Our national demonstration on Wednesday was certainly a day of ups and downs. Let’s get the downs out the way first – I utterly condemn the violent actions of that tiny minority of people who attacked Millbank Tower. Their actions, in smashing windows and setting fire to placards and banners were dangerous and are entirely unacceptable.
I am not in the least bit convinced that they were concerned with making the case for properly funding further and higher education – it seems clear that these were a group of people largely intent on violence, who had planned to use our peaceful demonstration as a cover to further their own agendas. Certainly, any who were trying to make the case against funding cuts are sorely mistaken about how to make an effective political argument – and, whatever point they were trying to make, if any, they are dearly confused as to the relationship between ‘means’ and ‘ends’.
But we cannot allow the actions of such a minority to overshadow what was otherwise an overwhelmingly positive event. Conservative estimates suggest there were as many as 52,000 people – far more than any of us could have expected – from all corners of the country: students, lecturers and members of the general public marching peacefully and in good spirits through the streets of London, all keen to make clear their strong, reasoned opposition to the looming savage further and higher education cuts, and to the tripling of tuition fees.
There were many students and lecturers present – but there were also school-children, trade unionists, parents – one of my favourite placards was held aloft by a man in his sixties, declaring simply, “I’m here for my grandson.”
Indeed, this is not only the largest student protest since the initial introduction of tuition fees some 12 years ago, but is the third-largest protest since the demonstration in opposition to the Iraq war. The mood was overwhelmingly positive, but people were resolute: there is nothing ‘progressive’ about cutting wildly at teaching funding (80% of which seems likely to be cut under government proposals), whilst trebling tuition fees; and nor can you claim to be concerned about protecting the poorest in society when you remove vital means of student support – such as the Education Maintenance Allowance (EMA) and the Adult Learning Grant (ALG) – for those who wish to study in further education but do not otherwise have the means to do so.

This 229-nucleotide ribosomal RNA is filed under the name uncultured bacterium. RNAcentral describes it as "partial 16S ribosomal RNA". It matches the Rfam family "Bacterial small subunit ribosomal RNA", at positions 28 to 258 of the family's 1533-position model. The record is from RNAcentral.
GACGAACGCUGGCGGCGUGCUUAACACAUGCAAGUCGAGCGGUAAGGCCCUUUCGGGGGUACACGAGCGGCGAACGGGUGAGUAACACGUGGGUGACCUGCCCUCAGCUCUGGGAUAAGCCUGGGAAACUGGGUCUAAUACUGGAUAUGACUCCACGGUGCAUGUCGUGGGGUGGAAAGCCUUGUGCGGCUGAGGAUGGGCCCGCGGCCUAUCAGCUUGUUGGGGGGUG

And these are arguments that we must continue to strongly make. It is entirely unacceptable for Liberal Democrat MPs – all of whom personally signed NUS pledges to vote against any rise in tuition fees if elected – to then so flagrantly go against this now they are in power. About 20 Lib Dem backbenchers have stated that they will vote against the proposals – but I hope that all those who have not yet made up their minds on how to vote will have seen out of their office windows at least 52,000 people who are watching closely. I can personally guarantee that we will do everything we can to ensure that any MPs who so flagrantly betray the public’s trust are never given the opportunity to serve us again.
We need to all continue to strongly make the case for public investment in our universities and colleges – we cannot allow what are without question deeply ideological public funding cuts to undermine the vital role of education for individuals and for society. We will not allow our arguments to be dismissed by those intent on initiating the effective privatisation of the higher education sector, and who fail to recognise that without the Education Maintenance Allowance and the Adult Learning Grant, many people who would otherwise have wished to remain in study will no longer be able to do so. And nor will be will allow our arguments to be undermined by a small group of people who, at the heart of it, seem to just enjoy smashing things. These arguments are far too important for that.